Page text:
Mayoral Candidates Warm to Bloomberg’s Climate Plan

By Kristen Meriwether
Kristen Meriwether
Kristen Meriwether
June 13, 2013 Updated: June 13, 2013

NEW YORK—With just under seven months remaining in his third and final term, Mayor Michael Bloomberg released his much anticipated post-Sandy plan on June 11. “A Stronger and More Resilient New York,” is aimed at protecting New York City from the effects of climate change long after Mayor Bloomberg leaves office. 

The comprehensive 430-page plan lists 250 recommendations encompassing coastal defense, building repair and construction, ways to manage rising insurance costs, and how to shore up the city’s infrastructure.

The city estimates the plan will cost $19.5 billion if completed on time, a cost that dwarfs the $12 billion the Army Corps of engineers spent thus far to improve New Orleans’ flood-walls, gates, and levees since Hurricane Katrina in 2005.

Many of the recommendations will take years to implement, some over a decade. This leaves the responsibility of executing the resiliency plan squarely on the shoulders of the next mayor of New York.

“We’ve got a plan. We know what needs to happen, and we know we can’t wait,” Bloomberg said from Brooklyn Navy Yards where the plan was introduced. “It is up to you to hold us accountable for making as much progress as possible over the next 203 days, and it is up to you to hold our successor accountable for getting it done.”

Several mayoral candidates praised the mayor for thinking big, including Democrat Sal Albanese and Republican George McDonald, who said they were inclined to pursue its major initiatives.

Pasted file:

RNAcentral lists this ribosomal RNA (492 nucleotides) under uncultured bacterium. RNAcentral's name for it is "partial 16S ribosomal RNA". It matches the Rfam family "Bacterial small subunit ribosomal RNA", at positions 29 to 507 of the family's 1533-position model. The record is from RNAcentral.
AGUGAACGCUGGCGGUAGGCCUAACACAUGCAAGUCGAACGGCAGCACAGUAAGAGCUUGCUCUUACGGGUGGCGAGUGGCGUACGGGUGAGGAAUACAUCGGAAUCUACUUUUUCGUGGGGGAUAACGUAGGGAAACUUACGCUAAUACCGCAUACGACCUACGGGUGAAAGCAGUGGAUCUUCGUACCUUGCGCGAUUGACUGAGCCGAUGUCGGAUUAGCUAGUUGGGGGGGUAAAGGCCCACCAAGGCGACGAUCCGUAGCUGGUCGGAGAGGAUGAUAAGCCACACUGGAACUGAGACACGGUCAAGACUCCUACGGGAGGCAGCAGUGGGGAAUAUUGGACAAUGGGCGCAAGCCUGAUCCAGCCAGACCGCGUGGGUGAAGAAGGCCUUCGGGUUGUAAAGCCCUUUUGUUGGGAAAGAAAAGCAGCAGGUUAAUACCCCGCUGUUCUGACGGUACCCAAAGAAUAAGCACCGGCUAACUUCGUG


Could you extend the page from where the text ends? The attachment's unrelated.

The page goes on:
Democrat Bill de Blasio, the city’s elected public advocate, praised the all-encompassing approach but said officials need to ensure the plan does enough to help the poor and doesn’t rely too much on uncertain federal support.

Republican John Catsimatidis, who has questioned whether the effects of climate change are overstated, wondered in a statement whether the city could spend considerably less and still get adequate protection.

“The $19.5 billion price tag is a huge amount of money,” said the billionaire candidate, whose businesses include oil, real estate and grocery stores.

Firsthand Knowledge

Former head of the MTA Joseph Lhota, who is running as a Republican, saw firsthand the impact of Hurricane Sandy. He joined the race in January with the media still glowing over his ability to get the subway system back up so quickly. 

He said Bloomberg deserves enormous credit for putting together such a comprehensive plan.

“He has done the next mayor—me—a great favor by putting this plan out there,” Lhota said by phone June 12. “As the next mayor, I will implement as much of this as I physically can and make sure the people of New York City are protected.”

Lhota said his work at the MTA, as well as serving as deputy mayor in the Giuliani administration showed him how important planning was in disaster-preparedness, something he feels gives him a leg up on the competition.